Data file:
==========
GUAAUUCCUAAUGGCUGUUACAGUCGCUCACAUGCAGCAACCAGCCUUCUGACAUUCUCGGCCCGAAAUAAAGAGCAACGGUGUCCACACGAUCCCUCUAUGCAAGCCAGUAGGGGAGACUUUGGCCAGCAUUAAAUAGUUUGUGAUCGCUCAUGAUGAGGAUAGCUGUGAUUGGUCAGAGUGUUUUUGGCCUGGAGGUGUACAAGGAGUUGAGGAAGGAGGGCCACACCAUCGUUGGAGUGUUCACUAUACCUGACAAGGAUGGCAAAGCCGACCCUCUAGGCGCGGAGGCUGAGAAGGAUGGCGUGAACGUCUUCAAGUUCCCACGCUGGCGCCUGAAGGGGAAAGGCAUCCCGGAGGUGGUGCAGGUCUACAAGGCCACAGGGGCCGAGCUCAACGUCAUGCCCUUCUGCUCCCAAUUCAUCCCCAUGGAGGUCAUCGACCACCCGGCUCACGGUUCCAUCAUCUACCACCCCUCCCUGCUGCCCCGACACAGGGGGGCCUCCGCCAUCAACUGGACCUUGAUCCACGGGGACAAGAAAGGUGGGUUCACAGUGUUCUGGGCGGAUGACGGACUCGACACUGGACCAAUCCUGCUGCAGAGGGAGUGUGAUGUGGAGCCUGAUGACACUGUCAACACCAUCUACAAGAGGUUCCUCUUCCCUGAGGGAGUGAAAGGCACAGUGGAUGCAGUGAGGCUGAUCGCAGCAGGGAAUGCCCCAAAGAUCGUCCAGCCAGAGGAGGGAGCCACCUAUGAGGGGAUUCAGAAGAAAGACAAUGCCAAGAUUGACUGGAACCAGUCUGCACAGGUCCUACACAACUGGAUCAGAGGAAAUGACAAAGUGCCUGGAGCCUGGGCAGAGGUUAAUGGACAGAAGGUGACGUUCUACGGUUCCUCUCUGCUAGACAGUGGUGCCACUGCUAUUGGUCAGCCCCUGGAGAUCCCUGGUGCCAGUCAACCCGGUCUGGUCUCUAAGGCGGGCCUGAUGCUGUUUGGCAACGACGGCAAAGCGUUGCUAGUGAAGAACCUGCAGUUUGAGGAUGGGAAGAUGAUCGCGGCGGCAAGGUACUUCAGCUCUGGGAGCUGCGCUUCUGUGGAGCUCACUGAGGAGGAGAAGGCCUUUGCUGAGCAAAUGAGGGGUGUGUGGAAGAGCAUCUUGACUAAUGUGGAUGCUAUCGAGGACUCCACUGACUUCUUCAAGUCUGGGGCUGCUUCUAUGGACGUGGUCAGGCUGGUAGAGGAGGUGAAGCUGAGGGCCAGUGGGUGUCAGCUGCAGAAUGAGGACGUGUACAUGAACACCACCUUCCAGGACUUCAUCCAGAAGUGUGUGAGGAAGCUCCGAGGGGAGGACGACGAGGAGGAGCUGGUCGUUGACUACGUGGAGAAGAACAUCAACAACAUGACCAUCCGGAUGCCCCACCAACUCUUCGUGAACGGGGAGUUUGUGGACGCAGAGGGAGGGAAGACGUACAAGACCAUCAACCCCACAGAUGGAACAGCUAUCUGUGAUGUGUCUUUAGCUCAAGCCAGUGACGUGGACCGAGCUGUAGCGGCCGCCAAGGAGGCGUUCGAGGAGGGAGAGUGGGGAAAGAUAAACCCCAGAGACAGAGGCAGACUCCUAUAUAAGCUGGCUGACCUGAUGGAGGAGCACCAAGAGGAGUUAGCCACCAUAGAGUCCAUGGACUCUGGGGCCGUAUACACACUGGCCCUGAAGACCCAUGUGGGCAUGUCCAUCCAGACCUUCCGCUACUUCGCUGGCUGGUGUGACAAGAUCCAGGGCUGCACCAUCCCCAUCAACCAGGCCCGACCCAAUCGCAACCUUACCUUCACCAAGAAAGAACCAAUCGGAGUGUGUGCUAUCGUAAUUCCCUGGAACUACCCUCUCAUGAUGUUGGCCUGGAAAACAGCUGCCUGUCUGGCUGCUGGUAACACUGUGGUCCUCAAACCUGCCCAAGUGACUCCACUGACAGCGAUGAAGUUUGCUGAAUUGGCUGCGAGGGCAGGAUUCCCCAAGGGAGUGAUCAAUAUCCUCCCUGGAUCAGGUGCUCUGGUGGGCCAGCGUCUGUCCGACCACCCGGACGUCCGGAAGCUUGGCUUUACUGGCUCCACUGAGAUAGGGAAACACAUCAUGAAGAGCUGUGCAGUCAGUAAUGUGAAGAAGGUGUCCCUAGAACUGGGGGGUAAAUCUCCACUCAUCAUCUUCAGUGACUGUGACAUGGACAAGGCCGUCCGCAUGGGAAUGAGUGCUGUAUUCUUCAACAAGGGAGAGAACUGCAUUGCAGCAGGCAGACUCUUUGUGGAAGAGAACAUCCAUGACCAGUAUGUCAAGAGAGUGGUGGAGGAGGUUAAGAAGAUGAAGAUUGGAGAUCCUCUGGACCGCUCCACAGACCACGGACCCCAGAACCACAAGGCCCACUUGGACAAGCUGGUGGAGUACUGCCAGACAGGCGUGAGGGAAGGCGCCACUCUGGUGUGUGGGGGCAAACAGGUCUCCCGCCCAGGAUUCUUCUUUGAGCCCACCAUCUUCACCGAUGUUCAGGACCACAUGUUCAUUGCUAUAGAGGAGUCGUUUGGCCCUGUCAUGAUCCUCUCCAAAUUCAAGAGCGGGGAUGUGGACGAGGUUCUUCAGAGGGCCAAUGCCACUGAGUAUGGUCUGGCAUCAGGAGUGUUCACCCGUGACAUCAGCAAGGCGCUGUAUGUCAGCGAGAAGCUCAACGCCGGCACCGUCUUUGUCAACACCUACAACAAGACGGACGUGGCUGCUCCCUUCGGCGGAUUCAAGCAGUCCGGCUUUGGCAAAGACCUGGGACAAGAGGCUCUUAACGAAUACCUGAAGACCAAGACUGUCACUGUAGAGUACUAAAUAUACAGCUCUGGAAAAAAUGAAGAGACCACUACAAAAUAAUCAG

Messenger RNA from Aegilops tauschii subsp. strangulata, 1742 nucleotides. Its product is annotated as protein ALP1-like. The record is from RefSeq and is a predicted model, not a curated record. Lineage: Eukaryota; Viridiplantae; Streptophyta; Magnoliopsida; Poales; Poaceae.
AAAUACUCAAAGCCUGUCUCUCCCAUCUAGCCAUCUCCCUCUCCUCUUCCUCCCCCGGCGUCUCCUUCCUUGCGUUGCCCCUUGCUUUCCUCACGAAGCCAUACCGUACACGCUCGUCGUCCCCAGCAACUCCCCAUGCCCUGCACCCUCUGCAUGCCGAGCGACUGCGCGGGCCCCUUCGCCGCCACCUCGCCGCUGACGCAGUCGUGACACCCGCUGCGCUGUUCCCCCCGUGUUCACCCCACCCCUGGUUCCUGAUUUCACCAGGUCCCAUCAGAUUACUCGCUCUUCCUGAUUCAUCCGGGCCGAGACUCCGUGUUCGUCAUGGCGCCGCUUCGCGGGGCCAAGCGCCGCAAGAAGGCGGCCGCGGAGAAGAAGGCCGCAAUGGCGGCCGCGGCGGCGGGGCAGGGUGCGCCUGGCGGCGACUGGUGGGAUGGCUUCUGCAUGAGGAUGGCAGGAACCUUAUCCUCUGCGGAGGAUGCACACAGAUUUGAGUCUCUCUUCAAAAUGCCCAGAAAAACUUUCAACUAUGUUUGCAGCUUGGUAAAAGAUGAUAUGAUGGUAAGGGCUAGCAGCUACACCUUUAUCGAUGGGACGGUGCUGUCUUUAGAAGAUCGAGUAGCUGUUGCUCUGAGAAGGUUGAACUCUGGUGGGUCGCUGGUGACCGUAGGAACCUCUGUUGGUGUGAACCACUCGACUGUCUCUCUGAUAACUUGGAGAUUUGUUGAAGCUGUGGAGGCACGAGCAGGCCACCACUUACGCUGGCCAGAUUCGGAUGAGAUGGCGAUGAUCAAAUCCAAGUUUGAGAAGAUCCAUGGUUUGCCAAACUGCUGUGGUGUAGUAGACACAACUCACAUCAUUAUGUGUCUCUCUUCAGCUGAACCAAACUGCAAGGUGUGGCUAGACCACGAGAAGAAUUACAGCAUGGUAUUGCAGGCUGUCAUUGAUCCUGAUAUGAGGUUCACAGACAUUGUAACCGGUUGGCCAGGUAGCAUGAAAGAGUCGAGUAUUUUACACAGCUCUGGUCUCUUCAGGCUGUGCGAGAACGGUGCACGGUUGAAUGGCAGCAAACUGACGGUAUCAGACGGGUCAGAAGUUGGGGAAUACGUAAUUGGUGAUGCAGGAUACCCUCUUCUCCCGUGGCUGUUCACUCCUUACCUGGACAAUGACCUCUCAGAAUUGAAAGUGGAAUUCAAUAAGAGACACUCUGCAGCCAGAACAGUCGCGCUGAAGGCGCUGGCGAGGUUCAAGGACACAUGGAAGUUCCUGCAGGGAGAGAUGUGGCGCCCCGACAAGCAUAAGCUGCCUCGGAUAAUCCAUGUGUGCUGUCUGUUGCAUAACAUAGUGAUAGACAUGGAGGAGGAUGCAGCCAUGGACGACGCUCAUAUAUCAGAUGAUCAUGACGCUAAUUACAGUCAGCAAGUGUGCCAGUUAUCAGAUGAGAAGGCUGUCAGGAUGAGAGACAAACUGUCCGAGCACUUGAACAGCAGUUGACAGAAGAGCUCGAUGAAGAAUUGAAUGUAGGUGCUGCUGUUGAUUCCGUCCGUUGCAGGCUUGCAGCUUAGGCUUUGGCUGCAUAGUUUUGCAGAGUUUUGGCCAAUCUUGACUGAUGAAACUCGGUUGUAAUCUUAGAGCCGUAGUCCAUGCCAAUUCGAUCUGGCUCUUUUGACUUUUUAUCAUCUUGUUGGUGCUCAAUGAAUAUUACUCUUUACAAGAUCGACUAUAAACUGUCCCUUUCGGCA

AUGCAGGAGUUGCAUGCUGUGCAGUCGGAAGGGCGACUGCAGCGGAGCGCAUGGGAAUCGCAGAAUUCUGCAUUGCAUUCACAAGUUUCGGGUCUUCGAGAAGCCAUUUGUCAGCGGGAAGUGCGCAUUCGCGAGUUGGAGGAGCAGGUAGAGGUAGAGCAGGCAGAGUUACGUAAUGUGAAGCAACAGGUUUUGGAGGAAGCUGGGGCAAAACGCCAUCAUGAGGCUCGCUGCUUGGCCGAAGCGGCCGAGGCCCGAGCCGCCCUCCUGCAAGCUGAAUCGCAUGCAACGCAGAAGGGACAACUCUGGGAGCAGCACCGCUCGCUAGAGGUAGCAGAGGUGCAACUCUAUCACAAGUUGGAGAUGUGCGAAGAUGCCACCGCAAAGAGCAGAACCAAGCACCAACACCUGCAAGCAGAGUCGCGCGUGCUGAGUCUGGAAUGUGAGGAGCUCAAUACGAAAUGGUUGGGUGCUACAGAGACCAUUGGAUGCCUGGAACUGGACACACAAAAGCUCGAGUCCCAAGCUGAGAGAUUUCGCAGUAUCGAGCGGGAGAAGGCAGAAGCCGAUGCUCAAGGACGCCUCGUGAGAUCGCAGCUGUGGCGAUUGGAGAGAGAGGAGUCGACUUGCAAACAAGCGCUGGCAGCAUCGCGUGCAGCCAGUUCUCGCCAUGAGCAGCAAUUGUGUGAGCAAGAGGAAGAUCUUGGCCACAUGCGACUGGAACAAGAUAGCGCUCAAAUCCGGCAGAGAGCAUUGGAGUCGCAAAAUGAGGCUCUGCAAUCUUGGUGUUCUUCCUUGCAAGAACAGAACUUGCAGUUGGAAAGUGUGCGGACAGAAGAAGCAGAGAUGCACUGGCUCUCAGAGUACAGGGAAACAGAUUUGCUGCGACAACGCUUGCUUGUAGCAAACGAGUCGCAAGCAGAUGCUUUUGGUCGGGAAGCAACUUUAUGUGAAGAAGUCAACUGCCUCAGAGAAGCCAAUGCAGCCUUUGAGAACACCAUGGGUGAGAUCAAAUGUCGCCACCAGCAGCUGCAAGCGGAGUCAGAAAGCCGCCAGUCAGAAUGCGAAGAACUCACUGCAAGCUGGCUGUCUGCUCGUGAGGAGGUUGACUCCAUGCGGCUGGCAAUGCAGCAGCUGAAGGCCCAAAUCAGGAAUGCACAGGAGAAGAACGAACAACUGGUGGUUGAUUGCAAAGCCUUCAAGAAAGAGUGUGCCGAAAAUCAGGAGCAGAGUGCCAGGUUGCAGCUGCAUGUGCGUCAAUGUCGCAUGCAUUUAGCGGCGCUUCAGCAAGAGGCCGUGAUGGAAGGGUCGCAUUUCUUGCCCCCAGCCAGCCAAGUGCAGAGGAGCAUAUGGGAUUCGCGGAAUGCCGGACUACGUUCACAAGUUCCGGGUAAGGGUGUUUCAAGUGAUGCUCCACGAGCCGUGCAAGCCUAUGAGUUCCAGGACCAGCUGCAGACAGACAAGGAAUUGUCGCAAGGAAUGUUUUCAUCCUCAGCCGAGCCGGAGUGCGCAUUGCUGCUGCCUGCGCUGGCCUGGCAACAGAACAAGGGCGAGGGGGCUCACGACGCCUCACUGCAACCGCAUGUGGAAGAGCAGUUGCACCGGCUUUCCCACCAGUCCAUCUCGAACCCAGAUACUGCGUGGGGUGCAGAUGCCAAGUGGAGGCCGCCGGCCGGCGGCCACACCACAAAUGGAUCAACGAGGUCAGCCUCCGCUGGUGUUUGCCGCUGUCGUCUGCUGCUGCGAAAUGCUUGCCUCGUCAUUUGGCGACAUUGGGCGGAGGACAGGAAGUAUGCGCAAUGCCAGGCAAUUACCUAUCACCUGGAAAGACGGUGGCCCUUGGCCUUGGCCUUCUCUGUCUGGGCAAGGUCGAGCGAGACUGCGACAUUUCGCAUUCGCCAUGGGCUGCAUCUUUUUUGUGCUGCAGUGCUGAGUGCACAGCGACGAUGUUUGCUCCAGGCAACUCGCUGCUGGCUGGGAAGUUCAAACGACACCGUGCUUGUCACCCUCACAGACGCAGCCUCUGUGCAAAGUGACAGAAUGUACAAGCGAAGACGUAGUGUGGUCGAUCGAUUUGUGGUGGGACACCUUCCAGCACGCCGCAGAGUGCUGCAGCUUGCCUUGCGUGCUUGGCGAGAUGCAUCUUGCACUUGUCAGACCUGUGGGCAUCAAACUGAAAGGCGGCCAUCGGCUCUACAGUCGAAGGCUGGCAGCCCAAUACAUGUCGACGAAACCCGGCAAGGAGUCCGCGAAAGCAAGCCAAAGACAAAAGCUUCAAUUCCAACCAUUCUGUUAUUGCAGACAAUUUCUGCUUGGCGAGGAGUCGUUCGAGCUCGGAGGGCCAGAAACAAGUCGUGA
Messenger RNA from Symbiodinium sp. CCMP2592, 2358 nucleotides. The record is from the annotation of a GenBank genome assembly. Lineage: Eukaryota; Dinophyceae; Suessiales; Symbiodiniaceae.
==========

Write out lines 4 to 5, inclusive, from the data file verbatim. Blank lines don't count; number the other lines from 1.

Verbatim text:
AUGCAGGAGUUGCAUGCUGUGCAGUCGGAAGGGCGACUGCAGCGGAGCGCAUGGGAAUCGCAGAAUUCUGCAUUGCAUUCACAAGUUUCGGGUCUUCGAGAAGCCAUUUGUCAGCGGGAAGUGCGCAUUCGCGAGUUGGAGGAGCAGGUAGAGGUAGAGCAGGCAGAGUUACGUAAUGUGAAGCAACAGGUUUUGGAGGAAGCUGGGGCAAAACGCCAUCAUGAGGCUCGCUGCUUGGCCGAAGCGGCCGAGGCCCGAGCCGCCCUCCUGCAAGCUGAAUCGCAUGCAACGCAGAAGGGACAACUCUGGGAGCAGCACCGCUCGCUAGAGGUAGCAGAGGUGCAACUCUAUCACAAGUUGGAGAUGUGCGAAGAUGCCACCGCAAAGAGCAGAACCAAGCACCAACACCUGCAAGCAGAGUCGCGCGUGCUGAGUCUGGAAUGUGAGGAGCUCAAUACGAAAUGGUUGGGUGCUACAGAGACCAUUGGAUGCCUGGAACUGGACACACAAAAGCUCGAGUCCCAAGCUGAGAGAUUUCGCAGUAUCGAGCGGGAGAAGGCAGAAGCCGAUGCUCAAGGACGCCUCGUGAGAUCGCAGCUGUGGCGAUUGGAGAGAGAGGAGUCGACUUGCAAACAAGCGCUGGCAGCAUCGCGUGCAGCCAGUUCUCGCCAUGAGCAGCAAUUGUGUGAGCAAGAGGAAGAUCUUGGCCACAUGCGACUGGAACAAGAUAGCGCUCAAAUCCGGCAGAGAGCAUUGGAGUCGCAAAAUGAGGCUCUGCAAUCUUGGUGUUCUUCCUUGCAAGAACAGAACUUGCAGUUGGAAAGUGUGCGGACAGAAGAAGCAGAGAUGCACUGGCUCUCAGAGUACAGGGAAACAGAUUUGCUGCGACAACGCUUGCUUGUAGCAAACGAGUCGCAAGCAGAUGCUUUUGGUCGGGAAGCAACUUUAUGUGAAGAAGUCAACUGCCUCAGAGAAGCCAAUGCAGCCUUUGAGAACACCAUGGGUGAGAUCAAAUGUCGCCACCAGCAGCUGCAAGCGGAGUCAGAAAGCCGCCAGUCAGAAUGCGAAGAACUCACUGCAAGCUGGCUGUCUGCUCGUGAGGAGGUUGACUCCAUGCGGCUGGCAAUGCAGCAGCUGAAGGCCCAAAUCAGGAAUGCACAGGAGAAGAACGAACAACUGGUGGUUGAUUGCAAAGCCUUCAAGAAAGAGUGUGCCGAAAAUCAGGAGCAGAGUGCCAGGUUGCAGCUGCAUGUGCGUCAAUGUCGCAUGCAUUUAGCGGCGCUUCAGCAAGAGGCCGUGAUGGAAGGGUCGCAUUUCUUGCCCCCAGCCAGCCAAGUGCAGAGGAGCAUAUGGGAUUCGCGGAAUGCCGGACUACGUUCACAAGUUCCGGGUAAGGGUGUUUCAAGUGAUGCUCCACGAGCCGUGCAAGCCUAUGAGUUCCAGGACCAGCUGCAGACAGACAAGGAAUUGUCGCAAGGAAUGUUUUCAUCCUCAGCCGAGCCGGAGUGCGCAUUGCUGCUGCCUGCGCUGGCCUGGCAACAGAACAAGGGCGAGGGGGCUCACGACGCCUCACUGCAACCGCAUGUGGAAGAGCAGUUGCACCGGCUUUCCCACCAGUCCAUCUCGAACCCAGAUACUGCGUGGGGUGCAGAUGCCAAGUGGAGGCCGCCGGCCGGCGGCCACACCACAAAUGGAUCAACGAGGUCAGCCUCCGCUGGUGUUUGCCGCUGUCGUCUGCUGCUGCGAAAUGCUUGCCUCGUCAUUUGGCGACAUUGGGCGGAGGACAGGAAGUAUGCGCAAUGCCAGGCAAUUACCUAUCACCUGGAAAGACGGUGGCCCUUGGCCUUGGCCUUCUCUGUCUGGGCAAGGUCGAGCGAGACUGCGACAUUUCGCAUUCGCCAUGGGCUGCAUCUUUUUUGUGCUGCAGUGCUGAGUGCACAGCGACGAUGUUUGCUCCAGGCAACUCGCUGCUGGCUGGGAAGUUCAAACGACACCGUGCUUGUCACCCUCACAGACGCAGCCUCUGUGCAAAGUGACAGAAUGUACAAGCGAAGACGUAGUGUGGUCGAUCGAUUUGUGGUGGGACACCUUCCAGCACGCCGCAGAGUGCUGCAGCUUGCCUUGCGUGCUUGGCGAGAUGCAUCUUGCACUUGUCAGACCUGUGGGCAUCAAACUGAAAGGCGGCCAUCGGCUCUACAGUCGAAGGCUGGCAGCCCAAUACAUGUCGACGAAACCCGGCAAGGAGUCCGCGAAAGCAAGCCAAAGACAAAAGCUUCAAUUCCAACCAUUCUGUUAUUGCAGACAAUUUCUGCUUGGCGAGGAGUCGUUCGAGCUCGGAGGGCCAGAAACAAGUCGUGA
Messenger RNA from Symbiodinium sp. CCMP2592, 2358 nucleotides. The record is from the annotation of a GenBank genome assembly. Lineage: Eukaryota; Dinophyceae; Suessiales; Symbiodiniaceae.